Removing Fields from Excel Online Pivot Tables
To remove fields from a pivot table, select the pivot table and then navigate to the Pivot Table Fields panel. Either click on the down arrow of an assigned field and select Remove Field or hold down the left-mouse button and drag the assigned field back to the list of available fields on the left side of the panel.
Pivot Tables are extremely drag and drop friendly, letting you move fields up and down within an assigned field, quickly re-calculating based on the order of the assigned fields. Pivot Tables are designed for quick interactions and data exploration.
Excel Online Formatting Options
Excel Online offers a range of formatting options to enhance the visual appeal and readability of your data. From adjusting cell styles, font sizes, and colors to applying conditional formatting rules, these tools allow for a customized data presentation.
Formatting options in Excel Online are located on the far-right Pivot Table Settings Panel which is different from Excel for Desktop which keeps most formatting options on the top Excel Ribbon under the PivotTable section.
Many of the most common formatting options can also be accessed by right-clicking on the pivot table itself. Microsoft has been moving towards providing better on-object interactions, meaning that you can change settings from the pivot table itself to avoid navigating to a separate Ribbon or Panel to adjust settings.
We like the added ability to make changes directly from a visual, but often forget that it’s possible after having used the traditional Excel for Desktop interfaces for so long.
Formatting options are fairly comprehensive, including the ability to add blank lines, automatically refresh the pivot table upon opening of the Excel workbook while some coloring options such as alternating row color are still made under the PivotTable Styles settings at the top of the Excel Online interface.
Creating Calculated Fields in Excel Online Pivot Tables
To add calculated fields in an Excel Pivot Table, assign a field to pivot table values, then click the arrow on the right side of the field name and select Value Field Settings. A Value Field Settings Dialog box will appear allowing you to select different calculation types and determine how you want the value to appear.
The following example is from the Show Value As section of the Pivot Table Value Field Settings. This section includes most of the common calculations that are performed in a Pivot Table, but there are some limitations compared to the Excel for Desktop application.
Keep in mind that you can add the same field multiple times to the Values section of a Pivot Table. This way you can view the individual values, and calculate % of a total row for example.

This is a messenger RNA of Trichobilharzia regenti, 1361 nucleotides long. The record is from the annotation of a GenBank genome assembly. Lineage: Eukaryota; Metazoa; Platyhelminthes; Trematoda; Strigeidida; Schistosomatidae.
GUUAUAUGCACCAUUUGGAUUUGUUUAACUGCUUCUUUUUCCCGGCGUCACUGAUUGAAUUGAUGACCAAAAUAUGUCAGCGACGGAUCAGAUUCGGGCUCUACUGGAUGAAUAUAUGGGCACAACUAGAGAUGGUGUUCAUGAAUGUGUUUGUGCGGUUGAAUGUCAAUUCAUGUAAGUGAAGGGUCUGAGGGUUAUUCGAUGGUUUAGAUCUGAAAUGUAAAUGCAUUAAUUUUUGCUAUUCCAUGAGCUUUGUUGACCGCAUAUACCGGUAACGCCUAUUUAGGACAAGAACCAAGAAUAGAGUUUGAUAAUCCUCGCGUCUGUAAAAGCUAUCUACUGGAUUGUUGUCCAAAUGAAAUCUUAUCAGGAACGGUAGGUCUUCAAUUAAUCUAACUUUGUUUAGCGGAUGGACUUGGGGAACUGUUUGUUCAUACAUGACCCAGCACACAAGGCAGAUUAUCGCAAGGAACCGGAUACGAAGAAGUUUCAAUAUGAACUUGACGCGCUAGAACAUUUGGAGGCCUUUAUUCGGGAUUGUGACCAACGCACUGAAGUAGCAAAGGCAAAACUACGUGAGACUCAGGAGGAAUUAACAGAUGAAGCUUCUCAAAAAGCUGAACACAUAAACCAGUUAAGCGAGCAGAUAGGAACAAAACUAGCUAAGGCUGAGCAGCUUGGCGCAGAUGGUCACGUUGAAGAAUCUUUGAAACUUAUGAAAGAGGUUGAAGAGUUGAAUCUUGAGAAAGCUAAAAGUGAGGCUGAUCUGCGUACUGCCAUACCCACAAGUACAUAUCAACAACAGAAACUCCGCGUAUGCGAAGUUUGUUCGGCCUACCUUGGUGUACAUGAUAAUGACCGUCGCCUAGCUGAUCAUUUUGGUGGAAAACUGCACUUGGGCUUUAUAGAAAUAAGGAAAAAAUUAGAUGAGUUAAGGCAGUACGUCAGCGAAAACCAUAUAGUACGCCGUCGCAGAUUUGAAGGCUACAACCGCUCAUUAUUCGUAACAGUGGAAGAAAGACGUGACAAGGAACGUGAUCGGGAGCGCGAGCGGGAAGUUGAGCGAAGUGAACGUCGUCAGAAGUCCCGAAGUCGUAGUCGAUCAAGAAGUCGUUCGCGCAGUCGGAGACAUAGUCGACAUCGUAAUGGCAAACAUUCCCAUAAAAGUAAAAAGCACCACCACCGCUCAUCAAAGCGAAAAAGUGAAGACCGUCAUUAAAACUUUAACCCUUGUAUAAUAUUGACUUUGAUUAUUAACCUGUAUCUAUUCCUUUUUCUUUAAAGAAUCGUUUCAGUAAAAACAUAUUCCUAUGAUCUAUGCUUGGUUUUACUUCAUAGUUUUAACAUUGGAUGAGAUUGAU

Repeating Pivot Table Rows in Excel Online
Creating a Tabular View in an Excel Online Pivot Table isn’t available at this time. There is a formatting option that allows you to place fields from rows on separate columns, and repeat item labels, but there is no clear way to disable category nesting.
Formatting options are available under the PivotTable Settings Panel, and hopefully new features are added in the future. For now, you can work around this limitation by copying the Pivot Table, pasting as values, and filtering out blank rows. It will turn the pivot table into a static table, meaning that you would have to copy and paste it every time you wanted to remove the category labels at the top.
Adjusting Pivot Table Themes
Excel Online enables users to adjust pivot table themes, offering a variety of styles that can be applied to enhance the visual presentation of your data. Through the “Design” tab under PivotTable section of the Excel Ribbon, you can select from a range of themes that change the color, font, and border of your pivot table.
Use the PivotTable Styles section to add or disable alternating row colors on a pivot table for improved readability.
When relevant, try putting your pivot tables into a color scheme that echos your company’s brand colors. It’s a subtle change that lends your presentation additional credibility and improves readability by your audience.
Refreshing Pivot Tables in Excel Online
Refreshing Pivot Tables in Excel Online can be completed in a number of different ways. Refresh a Pivot Table by right-clicking on the pivot table and selecting “Refresh,” by using the “Refresh” button under the “PivotTable” tab, or enable Refresh Data on File Open under the Pivot Table Settings Panel.
Keeping your pivot tables refreshed is essential for maintaining the integrity of your data analysis, particularly in dynamic environments where data is constantly evolving.
Pivot Tables are great for analysis, and they become even more powerful when you connect them to live data sources, such as Power BI Datasets.
Excel Online has come a long way since it was introduced and represents a credible low-cost alternative to Excel for Desktop. As features are added and the platform evolves, we expect that the interface from Excel Online will make it to the desktop app and a number of features from Excel for Desktop will be added to Excel Online.
Pivot Tables can be created from tables of existing data or by connecting to a Power BI Dataset. Select your data and navigate to “Insert” and select “Pivot Table” from the Excel Ribbon. A new Pivot Table can be created in an existing sheet or new sheet. Drag and drop fields from the Pivot Table Field panel into rows, columns, filters, or values. Click on an assigned field to change the calculation method or remove it entirely.
Formatting pivot tables in Excel Online can be performed by right clicking the pivot table or selecting the pivot table and navigating to the pivot table formatting settings panel.